TOKYO (Reuters) - Asian shares rebounded on Friday on signs that euro zone officials will soon approve a long-awaited bailout for Greece, and after jobs and factory data pointed to a healthier U.S. economy.
Financial bookmakers expected European stocks to track Asian shares higher, with financial spreadbetters calling the main indexes in London <.FTSE>, Paris <.FCHI> and Frankfurt <.GDAXI> to open up by 0.3 percent to 0.6 percent.
MSCI's broadest index of Asia Pacific shares outside Japan <.MIAPJ0000PUS> rose as much as 1.4 percent, recovering most of its losses suffered on Thursday when worries about a delay in signing a Greek deal sparked fears of a debt default.
South Korea <.KS11> led the pack, gaining 1.5 percent, as foreign investors returned in full force.
The MSCI's pan-Asia index last stood up 1 percent by early afternoon, heading for a weekly gain of 1.5 percent and a year-to-date rise of more than 13 percent.
Japan's Nikkei <.N225> rallied nearly 2 percent to six-month highs, with exporters and financials leading the gains. <.T>
"The markets have returned to a familiar pattern, with surprisingly robust U.S. jobs data and growing optimism over Greece combining to resume the recent rally. There's a lot of excess liquidity still left for shares to digest," said NH Investment & Securities analyst Cho Sung-joon.
The euro traded around $1.3130, above a three-week low on Thursday of $1.2974. Against the yen, it reached a two-month high above 104 yen.
The dollar rose to a 3-1/2-month high above 79 yen on Friday after the U.S. data, adding fuel to its rally triggered earlier this week by the Bank of Japan's policy easing.
"An easy monetary environment continues, with another liquidity injection scheduled later this month from the European Central Bank and expectations that a March default by Greece can be avoided spurring 'risk-on' momentum," he said.
Euro zone officials said on Thursday they were putting the finishing touches to a second bailout deal for Greece for approval on Monday, with a focus on how Greece can prioritize debt repayment and ways to ensure Athens commits to reforms.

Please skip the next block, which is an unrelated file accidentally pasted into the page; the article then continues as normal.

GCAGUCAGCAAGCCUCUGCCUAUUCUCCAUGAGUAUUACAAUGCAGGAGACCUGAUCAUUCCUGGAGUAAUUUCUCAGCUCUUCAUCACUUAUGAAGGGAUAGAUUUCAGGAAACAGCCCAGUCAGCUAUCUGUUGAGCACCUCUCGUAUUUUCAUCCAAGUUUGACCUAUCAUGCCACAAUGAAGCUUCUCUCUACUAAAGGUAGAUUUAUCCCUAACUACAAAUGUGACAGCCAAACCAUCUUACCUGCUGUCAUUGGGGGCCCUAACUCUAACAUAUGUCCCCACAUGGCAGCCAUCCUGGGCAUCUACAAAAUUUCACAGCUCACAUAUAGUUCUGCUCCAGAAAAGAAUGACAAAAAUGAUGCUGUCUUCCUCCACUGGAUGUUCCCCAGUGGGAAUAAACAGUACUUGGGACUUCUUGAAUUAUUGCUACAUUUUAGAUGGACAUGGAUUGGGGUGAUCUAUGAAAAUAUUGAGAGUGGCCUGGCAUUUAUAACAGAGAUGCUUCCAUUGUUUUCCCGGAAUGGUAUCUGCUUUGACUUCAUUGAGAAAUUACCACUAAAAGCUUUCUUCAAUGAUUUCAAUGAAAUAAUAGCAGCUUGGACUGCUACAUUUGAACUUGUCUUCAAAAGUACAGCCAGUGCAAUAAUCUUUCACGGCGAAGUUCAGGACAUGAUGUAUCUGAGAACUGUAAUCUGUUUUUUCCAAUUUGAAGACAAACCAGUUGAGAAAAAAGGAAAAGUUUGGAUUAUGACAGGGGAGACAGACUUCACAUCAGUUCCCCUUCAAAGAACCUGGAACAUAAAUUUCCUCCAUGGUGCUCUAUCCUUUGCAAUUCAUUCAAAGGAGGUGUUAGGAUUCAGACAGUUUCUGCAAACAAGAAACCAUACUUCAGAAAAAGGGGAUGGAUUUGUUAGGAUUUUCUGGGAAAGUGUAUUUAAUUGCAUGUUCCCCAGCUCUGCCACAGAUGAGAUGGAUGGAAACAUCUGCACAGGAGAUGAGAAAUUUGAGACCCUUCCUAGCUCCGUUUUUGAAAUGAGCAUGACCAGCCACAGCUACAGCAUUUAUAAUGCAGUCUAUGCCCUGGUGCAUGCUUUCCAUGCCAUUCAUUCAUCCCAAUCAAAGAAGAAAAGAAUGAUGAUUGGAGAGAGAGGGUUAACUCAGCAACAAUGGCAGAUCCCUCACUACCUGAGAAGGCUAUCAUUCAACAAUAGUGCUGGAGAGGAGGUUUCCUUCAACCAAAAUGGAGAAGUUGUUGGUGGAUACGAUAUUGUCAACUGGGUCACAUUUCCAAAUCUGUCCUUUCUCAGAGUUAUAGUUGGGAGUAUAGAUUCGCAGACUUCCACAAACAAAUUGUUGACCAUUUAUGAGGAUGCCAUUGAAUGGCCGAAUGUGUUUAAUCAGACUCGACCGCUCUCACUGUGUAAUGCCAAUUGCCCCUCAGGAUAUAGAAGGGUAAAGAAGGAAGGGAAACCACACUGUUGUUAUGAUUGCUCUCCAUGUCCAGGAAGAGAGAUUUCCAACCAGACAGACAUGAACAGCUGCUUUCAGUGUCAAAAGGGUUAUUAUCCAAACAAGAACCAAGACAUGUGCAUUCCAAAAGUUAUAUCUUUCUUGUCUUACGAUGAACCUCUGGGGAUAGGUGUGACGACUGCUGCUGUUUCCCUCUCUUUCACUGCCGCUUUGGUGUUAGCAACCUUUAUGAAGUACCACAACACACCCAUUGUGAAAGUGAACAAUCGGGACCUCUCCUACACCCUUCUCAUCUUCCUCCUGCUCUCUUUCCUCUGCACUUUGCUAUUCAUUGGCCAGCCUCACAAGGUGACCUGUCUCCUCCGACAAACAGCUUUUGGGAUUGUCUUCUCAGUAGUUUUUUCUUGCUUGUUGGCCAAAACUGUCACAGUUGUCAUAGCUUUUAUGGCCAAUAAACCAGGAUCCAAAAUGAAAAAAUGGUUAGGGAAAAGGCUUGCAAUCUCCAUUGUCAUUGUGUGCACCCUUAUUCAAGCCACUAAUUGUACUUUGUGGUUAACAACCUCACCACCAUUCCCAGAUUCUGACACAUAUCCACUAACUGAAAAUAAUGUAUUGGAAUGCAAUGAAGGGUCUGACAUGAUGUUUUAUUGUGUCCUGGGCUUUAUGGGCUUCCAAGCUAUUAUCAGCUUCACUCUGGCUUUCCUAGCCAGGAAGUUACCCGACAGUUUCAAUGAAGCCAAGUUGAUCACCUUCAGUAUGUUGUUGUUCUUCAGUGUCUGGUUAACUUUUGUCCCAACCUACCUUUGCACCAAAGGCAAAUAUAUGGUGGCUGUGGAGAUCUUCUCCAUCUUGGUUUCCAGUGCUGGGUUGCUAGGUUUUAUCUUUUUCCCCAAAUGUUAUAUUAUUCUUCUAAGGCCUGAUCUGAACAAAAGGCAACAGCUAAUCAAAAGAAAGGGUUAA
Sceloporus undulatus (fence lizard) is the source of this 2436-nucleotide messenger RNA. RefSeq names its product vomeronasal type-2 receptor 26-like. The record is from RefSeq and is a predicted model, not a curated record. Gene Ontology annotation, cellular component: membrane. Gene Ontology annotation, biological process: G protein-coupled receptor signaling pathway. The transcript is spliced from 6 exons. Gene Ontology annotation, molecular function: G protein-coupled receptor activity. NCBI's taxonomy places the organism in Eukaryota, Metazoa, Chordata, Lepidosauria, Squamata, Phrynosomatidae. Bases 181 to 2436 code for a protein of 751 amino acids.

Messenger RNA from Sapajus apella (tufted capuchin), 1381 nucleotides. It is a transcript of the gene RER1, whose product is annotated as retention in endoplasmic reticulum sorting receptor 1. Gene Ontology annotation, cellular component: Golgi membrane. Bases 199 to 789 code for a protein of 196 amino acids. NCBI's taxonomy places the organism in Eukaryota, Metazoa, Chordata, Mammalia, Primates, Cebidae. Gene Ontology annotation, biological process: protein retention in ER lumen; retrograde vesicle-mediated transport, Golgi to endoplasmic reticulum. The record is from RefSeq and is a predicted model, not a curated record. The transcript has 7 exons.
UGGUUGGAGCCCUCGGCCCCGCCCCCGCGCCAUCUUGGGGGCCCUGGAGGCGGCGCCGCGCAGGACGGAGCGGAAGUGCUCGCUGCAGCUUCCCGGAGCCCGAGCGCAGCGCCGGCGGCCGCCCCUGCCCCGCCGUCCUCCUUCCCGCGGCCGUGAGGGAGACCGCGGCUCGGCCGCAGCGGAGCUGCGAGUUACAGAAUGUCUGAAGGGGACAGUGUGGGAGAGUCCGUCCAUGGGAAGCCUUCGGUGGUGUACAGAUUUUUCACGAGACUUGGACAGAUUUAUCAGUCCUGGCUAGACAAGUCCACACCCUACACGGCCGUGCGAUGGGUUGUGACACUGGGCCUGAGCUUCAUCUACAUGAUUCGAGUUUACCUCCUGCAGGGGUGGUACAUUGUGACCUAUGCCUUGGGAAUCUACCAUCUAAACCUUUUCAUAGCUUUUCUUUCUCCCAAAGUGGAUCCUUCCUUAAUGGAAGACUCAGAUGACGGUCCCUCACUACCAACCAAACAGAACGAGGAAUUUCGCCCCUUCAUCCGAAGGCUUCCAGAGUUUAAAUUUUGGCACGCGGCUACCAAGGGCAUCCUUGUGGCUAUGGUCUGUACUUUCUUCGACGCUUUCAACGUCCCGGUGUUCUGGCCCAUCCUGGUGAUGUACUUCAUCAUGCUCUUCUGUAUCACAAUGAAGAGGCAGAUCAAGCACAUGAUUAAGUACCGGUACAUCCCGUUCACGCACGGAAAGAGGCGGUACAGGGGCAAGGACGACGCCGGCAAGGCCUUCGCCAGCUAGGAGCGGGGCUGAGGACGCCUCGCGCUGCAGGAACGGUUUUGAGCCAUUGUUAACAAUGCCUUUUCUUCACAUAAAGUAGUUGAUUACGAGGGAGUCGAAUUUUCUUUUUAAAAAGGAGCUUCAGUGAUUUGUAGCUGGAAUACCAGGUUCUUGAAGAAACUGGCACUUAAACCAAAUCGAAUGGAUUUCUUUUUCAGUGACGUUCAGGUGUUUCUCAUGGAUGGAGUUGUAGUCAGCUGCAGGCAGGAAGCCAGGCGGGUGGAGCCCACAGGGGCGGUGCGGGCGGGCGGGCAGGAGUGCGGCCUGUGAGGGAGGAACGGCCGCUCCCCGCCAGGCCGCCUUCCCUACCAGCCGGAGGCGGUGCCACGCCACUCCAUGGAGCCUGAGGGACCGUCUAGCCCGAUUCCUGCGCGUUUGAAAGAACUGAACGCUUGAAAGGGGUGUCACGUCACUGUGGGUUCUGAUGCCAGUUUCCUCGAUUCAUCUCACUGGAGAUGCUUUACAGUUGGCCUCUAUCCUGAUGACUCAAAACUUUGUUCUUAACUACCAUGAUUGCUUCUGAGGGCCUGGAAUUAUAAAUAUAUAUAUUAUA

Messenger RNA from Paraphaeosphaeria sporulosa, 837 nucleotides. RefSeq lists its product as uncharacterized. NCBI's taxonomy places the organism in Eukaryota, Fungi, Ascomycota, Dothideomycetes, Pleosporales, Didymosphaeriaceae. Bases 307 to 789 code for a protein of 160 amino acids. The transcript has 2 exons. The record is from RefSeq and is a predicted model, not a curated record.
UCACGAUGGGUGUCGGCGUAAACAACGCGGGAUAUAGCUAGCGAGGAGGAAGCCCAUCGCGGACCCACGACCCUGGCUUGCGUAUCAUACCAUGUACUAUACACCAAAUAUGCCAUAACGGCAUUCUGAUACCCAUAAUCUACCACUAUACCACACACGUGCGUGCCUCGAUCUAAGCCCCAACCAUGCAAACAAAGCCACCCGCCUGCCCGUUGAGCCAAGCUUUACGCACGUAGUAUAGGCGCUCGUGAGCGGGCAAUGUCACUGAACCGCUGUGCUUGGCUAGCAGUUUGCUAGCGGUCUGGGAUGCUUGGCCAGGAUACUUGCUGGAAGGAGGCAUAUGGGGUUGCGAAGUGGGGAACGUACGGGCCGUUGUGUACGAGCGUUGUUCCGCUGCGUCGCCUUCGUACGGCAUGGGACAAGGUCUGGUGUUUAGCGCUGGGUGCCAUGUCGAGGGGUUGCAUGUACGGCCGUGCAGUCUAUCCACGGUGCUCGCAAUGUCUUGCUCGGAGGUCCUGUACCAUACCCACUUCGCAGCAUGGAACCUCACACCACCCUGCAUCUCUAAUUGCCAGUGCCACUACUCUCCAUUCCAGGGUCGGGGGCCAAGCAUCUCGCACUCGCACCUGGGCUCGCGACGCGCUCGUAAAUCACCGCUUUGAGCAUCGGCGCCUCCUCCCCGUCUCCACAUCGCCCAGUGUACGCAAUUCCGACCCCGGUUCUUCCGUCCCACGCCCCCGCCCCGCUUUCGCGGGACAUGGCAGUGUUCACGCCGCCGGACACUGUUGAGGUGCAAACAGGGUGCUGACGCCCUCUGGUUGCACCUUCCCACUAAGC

Sources also said euro zone central banks had agreed on a Greek bond swap.
The risk of Athens missing a March 20 deadline to pay a 14.5 billion euro bond redemption payment appeared to have eased after a spokesman for the Greek government said on Thursday that Greece expects to begin a debt swap scheme with private bondholders.
The CBOE Volatility index VIX <.VIX>, which measures expected volatility in the S&P 500 index <.SPX> over the next 30 days, plunged about 9 percent on Thursday for its biggest drop since December 9. A drop in the index reflects rising risk appetite.
But some signs of strain remain.
The Markit iTraxx index of credit default spreads for European senior financials, measuring the cost of insuring against a bank defaulting on its debts, has risen by almost 50 basis points in the past 10 days to above 240 bps.
FUNDAMENTALS HOLD KEY
London copper recovered from Thursday's three-week low to rise 1.2 percent to $8,400 a ton. Spot gold was up 0.2 percent to $1,731 a ton, rising along with equities.
U.S. crude changed hands around $102.41 a barrel, adding to a six-week closing high of $102.31 the day before.
Brent gained 0.2 percent to $120.32, after settling on Thursday at $120.11, the highest settlement since mid-June, on worries about supply from Iran and the North Sea, where output was expected to dip next month.
Asian credit markets firmed with rising risk appetite, narrowing the spreads on the iTraxx Asia ex-Japan investment grade index by 8 basis points.
"Greece is less likely to deliver a scare to markets, which already seem to be pricing in quite a negative scenario," said Barclays Capital in a note, but added that it was difficult to envisage a quick resolution given rising implementation risks and domestic political pressures building ahead of elections.
"(Markets) have become more optimistic about the U.S., so a 'growth scare' there could upset market sentiment," it said.
U.S. jobless claims unexpectedly fell last week to a near four-year low, January housing starts came in better than forecast, and the pace of factory activity in the U.S. Mid-Atlantic region gained momentum in February.